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ŠUMARSKI LIST 7-8/2022 str. 76     <-- 76 -->        PDF

becoming more widely used to model species distributions, which has led to discussions about the types of distributions (e.g., potential vs. realized) it can model that presence-absence data cannot (Hirzel and Le Lay 2008; Soberon and Nakamura 2009; Lobo et al. 2010). As mentioned in previous studies, the subject is complex because of the interplay among data quality (amount and accuracy of species data; ecological relevance of predictor variables; and access to data on disturbances, dispersal limitations, and biotic interactions), modelling method, and scale of analysis (Elith et al. 2011; Mondal et al. 2012).
A pre-requisite for properly rehabilitating a species in an ecosystem understands that species’ distribution in detail (Franklin 2013). Although discrepancies exist between various climate modelling systems (Cheaib et al. 2012), the species distribution approach nevertheless functions as an important research tool that is used to estimate and predict the changes occurring in terms of species distribution.
The leopard has the broadest range of prey of all predators in Felidae, and it can adapt to multiple climates zones and environments with various ecological features as long as there is an ample food supply; leopards can also inhabit non-mountainous areas (Balme et al. 2009; Henschel et al. 2011). I suggest that leopards frequently use mountainous areas because they offer both a refugia from anthropogenic disturbance and less direct competition with humans for living space (Norton et al. 1996; Gavashelishvili and Lukarevskiy 2008).
A number of studies have identified potentially suitable leopard habitats using ENM and argued that these habitats are as important as those that leopards currently inhabit (Zimmermann et al. 2007; Gavashelishvili and Lukarevskiy 2008; Mondal et al. 2012; Swanepoel et al. 2012; Farhadinia et al. 2015; Ebrahimi et al. 2017). However, this model uses ecological values of the areas where findings related to the species were obtained to make predictions. The current data on the density and habitat use of the leopard, a species that is difficult to study, may be considered insufficient in Türkiye. Therefore, although the habitats predicted by the ecological niche model to be suitable are important, it is clear that this model cannot produce sound results without evaluating the areas known to host the species. Moreover, there are regions where the current data indicate that the leopard density is low or the leopard has gone extinct; acting on the basis of these data can produce very dangerous consequences for the continuity of the species.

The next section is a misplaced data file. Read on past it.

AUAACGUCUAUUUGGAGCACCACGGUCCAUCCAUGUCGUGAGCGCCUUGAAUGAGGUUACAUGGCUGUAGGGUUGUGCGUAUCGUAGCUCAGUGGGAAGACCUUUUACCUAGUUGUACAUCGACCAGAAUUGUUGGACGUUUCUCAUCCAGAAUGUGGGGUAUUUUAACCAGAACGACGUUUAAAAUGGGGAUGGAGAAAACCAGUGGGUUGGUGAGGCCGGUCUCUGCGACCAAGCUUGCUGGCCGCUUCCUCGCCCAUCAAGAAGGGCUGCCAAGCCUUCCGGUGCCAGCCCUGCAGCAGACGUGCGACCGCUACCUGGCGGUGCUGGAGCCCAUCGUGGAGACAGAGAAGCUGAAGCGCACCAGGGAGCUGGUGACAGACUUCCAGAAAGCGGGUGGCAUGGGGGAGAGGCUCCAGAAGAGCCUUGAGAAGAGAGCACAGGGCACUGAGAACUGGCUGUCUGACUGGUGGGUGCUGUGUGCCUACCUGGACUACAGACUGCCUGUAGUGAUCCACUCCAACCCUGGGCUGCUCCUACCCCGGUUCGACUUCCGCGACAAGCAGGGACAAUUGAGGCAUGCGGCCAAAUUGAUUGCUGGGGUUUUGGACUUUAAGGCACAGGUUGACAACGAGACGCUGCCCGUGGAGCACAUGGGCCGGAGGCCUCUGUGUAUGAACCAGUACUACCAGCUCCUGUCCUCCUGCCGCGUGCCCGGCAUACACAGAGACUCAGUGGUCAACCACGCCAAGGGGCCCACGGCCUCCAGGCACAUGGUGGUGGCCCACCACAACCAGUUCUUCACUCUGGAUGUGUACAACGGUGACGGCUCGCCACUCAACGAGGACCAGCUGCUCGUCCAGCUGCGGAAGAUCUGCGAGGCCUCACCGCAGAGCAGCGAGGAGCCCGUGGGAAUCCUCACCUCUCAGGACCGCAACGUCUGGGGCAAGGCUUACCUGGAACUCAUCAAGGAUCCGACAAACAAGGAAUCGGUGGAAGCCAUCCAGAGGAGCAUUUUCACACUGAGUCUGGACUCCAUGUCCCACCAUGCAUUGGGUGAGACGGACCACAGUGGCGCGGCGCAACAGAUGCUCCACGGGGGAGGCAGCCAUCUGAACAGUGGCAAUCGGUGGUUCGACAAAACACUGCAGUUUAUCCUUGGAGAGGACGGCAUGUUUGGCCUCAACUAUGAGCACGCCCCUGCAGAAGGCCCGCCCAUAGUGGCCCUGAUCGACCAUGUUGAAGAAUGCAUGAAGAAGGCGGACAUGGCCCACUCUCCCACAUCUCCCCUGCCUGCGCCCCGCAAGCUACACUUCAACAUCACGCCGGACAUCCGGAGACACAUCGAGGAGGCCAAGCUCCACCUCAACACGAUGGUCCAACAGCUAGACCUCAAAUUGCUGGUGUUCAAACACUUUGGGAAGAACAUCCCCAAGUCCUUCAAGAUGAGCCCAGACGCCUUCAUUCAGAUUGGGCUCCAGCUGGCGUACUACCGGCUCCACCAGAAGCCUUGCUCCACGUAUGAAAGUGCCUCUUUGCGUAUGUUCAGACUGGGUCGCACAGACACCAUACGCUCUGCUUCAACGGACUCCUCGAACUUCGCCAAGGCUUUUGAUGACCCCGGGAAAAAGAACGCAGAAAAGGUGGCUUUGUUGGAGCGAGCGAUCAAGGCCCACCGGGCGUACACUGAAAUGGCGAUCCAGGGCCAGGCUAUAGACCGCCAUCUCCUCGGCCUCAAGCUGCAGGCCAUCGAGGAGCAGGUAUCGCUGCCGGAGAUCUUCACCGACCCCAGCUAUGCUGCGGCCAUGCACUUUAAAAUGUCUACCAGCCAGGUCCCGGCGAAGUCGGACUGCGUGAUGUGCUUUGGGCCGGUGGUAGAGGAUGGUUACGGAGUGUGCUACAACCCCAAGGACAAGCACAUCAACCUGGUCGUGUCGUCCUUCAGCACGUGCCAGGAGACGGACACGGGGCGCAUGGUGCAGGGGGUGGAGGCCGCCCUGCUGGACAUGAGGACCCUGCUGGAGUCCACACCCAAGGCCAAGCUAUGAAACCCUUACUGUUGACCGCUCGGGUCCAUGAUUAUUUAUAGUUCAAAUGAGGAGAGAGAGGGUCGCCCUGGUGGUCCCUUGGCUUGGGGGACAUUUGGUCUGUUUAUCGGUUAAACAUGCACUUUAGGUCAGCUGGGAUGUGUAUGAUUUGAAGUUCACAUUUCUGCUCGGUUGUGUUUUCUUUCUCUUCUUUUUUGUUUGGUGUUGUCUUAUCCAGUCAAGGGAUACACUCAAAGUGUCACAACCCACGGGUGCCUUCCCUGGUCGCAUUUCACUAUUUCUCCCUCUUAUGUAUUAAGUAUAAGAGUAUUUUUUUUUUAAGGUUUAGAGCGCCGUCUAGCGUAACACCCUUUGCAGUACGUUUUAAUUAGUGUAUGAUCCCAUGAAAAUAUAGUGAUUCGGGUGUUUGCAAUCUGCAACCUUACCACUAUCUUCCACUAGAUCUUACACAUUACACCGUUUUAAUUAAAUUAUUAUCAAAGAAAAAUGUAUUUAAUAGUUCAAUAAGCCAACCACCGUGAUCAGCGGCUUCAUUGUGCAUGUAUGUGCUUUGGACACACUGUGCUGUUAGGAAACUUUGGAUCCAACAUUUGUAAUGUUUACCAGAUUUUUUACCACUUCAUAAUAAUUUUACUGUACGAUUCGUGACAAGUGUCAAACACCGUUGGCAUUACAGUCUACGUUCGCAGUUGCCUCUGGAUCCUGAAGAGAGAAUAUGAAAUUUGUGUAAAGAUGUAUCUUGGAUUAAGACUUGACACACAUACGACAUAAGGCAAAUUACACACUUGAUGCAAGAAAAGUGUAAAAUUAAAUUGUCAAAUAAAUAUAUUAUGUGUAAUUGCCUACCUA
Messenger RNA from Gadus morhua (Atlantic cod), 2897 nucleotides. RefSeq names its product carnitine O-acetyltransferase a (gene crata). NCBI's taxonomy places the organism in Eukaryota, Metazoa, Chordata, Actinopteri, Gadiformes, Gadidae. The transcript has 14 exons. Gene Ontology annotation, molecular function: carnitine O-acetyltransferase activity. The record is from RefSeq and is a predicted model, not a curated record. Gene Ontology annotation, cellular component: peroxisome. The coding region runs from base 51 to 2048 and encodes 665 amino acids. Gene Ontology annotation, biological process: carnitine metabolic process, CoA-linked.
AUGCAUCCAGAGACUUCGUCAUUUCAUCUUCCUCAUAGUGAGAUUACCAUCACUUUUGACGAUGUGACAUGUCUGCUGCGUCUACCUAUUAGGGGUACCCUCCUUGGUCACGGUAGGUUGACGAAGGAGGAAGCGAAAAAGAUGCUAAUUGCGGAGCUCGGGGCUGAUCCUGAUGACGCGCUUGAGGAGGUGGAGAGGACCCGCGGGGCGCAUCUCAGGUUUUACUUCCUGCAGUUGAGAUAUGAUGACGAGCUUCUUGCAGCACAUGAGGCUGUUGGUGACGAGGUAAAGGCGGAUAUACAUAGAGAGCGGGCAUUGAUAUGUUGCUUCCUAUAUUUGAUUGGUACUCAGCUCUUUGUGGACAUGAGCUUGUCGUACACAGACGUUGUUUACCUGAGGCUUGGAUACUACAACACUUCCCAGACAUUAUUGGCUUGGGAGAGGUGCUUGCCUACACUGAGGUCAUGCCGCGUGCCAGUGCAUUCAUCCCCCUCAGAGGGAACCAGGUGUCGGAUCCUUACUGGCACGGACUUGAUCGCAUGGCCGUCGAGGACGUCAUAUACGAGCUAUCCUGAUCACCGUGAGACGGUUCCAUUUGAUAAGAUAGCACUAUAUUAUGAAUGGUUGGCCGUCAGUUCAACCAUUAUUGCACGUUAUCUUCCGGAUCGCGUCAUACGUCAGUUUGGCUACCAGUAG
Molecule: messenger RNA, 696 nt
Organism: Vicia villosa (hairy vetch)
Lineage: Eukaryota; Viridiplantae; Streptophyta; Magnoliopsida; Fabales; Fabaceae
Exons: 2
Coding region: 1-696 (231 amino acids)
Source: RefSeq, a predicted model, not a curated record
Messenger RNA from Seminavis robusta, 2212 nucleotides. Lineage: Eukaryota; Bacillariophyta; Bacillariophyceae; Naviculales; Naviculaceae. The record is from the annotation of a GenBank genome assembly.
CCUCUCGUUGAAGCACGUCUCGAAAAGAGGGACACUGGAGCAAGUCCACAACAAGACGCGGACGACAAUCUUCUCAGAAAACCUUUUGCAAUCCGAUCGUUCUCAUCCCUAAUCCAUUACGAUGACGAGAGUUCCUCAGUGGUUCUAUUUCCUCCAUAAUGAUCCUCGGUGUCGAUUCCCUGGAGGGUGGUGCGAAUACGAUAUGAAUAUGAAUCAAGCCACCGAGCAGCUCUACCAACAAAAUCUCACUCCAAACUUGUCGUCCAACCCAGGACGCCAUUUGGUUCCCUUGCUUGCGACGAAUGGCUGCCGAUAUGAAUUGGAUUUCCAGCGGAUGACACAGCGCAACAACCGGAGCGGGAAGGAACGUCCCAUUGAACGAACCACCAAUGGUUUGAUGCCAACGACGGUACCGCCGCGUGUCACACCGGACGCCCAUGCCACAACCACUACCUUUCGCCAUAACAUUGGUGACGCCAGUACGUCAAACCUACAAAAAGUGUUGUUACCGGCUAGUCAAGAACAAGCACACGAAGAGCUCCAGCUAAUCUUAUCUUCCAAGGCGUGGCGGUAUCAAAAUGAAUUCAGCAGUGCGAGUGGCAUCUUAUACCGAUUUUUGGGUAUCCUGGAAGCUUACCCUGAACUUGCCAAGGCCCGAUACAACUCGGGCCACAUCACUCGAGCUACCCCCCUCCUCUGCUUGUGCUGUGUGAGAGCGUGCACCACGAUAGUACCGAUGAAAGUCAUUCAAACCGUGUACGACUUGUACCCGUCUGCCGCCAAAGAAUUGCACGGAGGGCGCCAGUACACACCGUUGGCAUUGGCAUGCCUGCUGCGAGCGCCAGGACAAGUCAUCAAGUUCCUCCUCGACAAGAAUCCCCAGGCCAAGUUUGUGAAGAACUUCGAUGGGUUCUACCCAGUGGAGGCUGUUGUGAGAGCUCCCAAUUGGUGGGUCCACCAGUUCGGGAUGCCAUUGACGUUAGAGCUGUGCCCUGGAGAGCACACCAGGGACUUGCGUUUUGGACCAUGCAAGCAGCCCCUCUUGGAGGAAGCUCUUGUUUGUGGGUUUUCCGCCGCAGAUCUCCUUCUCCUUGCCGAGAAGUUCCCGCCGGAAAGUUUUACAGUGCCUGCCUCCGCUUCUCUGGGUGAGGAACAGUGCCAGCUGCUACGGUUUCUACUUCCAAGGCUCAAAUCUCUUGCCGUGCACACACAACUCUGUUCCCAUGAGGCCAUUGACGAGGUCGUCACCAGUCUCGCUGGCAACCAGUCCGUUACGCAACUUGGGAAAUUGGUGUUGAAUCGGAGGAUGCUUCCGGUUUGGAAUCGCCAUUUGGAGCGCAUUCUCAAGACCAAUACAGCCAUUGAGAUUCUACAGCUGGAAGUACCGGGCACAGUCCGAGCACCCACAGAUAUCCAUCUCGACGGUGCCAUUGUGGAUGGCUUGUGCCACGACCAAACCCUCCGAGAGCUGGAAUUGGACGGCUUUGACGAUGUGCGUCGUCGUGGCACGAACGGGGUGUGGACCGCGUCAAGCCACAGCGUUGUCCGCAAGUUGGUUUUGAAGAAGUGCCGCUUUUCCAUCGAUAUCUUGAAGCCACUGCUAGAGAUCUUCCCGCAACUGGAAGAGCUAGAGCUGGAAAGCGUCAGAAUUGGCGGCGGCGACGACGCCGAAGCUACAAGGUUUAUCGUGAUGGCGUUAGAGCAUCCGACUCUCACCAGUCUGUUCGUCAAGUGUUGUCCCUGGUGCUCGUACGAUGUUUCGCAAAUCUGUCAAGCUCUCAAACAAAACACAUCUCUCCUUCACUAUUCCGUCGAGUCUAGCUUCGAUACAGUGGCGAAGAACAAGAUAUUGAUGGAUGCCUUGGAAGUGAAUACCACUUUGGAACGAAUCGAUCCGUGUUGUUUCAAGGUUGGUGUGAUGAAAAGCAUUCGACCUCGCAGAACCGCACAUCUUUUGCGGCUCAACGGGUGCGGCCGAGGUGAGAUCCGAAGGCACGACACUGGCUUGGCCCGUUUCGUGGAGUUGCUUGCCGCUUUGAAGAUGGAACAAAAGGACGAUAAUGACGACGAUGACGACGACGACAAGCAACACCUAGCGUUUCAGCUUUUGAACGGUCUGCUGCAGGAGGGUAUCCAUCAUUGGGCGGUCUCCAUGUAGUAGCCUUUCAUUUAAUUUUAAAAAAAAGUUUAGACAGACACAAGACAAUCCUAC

The habitat in northeastern and eastern Türkiye would be suitable for the Anatolian leopard, and the area remains interesting for further surveys – mainly the regions bordering Armenia and Iran (Zimmermann et al. 2007). Kumerloeve (1956), Baºkaya (2003), Baºkaya and Bilgili (2004), Arpacık (2018) and Sarı (2018) also stated that the Eastern Black Sea Region is a leopard habitat, and there is a settled leopard population in this region. Furthermore, using the MaxEnt program, Zimmermann et al. (2007) identified suitable habitats for the leopard in the Caucasus ecological region, suggesting that this region is potentially suitable for the leopard and that research should be intensified on the eastern borders of Türkiye. Predicted suitable habitats produced using the same program in this research was found to be consistent with the results reported by Zimmerman et al. (2007). Some studies have determined potentially suitable habitats for the leopard using ENM, noting that these areas are at least as important as the existing ones (Zimmermann et al. 2007; Swanepoel et al. 2012; Mondal et al. 2012). However, this model is based on the ecological values of the areas where more species are found. In fact, the results obtained using the program in this study did not reveal all of the available habitats for the leopard in Türkiye. For example, the habitats that the results suggest are suitable for the leopard in Türkiye, such as Çoruh Valley, Çemçe-Madur mountain range, mountainous areas between Lake Van and Hakkari, and the areas ranging from Erzincan-Sivas-Tokat to Sinop forests –in reality-, do not contain any suitable habitats, which render the results of the program somewhat inaccurate. Also, although there is no record of the Anatolian leopard in the Thrace region, the program has shown these areas as suitable habitats by evaluating the climate data.
Presence-only data are useful and can be used to model the same ecological relationships as presence-absence data, provided that biases can be dealt with. Finally, although MaxEnt can predict suitable habitats, it may be less robust in predicting how specific environmental variables influence habitat suitability (Elith et al. 2010; Swanepel et al. 2012).
Climate change often makes environments hotter and drier (IPCC 2014; Ebrahimi et al. 2017). Drought reduces prey availability, which is an important factor for leopards choosing a territory (Carbone and Gittleman 2002; Hebblewhite et al. 2011; Farhadinia et al. 2015; Ebrahimi et al. 2017); it is therefore necessary to take prey distribution into account when modelling potential habitats for the leopard in Türkiye.
Addressing the needs of human beings without defining and preserving the habitats of leopards threatens the latter’s survival, and this has important downstream effects on biodiversity. Leopards are timid animals that lead solitary lives, are mostly active at night (they are nocturnal) in large areas, and are difficult to study scientifically; subsequently, there is little data on their population and habitats in Türkiye. Therefore, although ENM may generate important results when determining potentially suitable habitats, it is clear that this model cannot yield accurate results without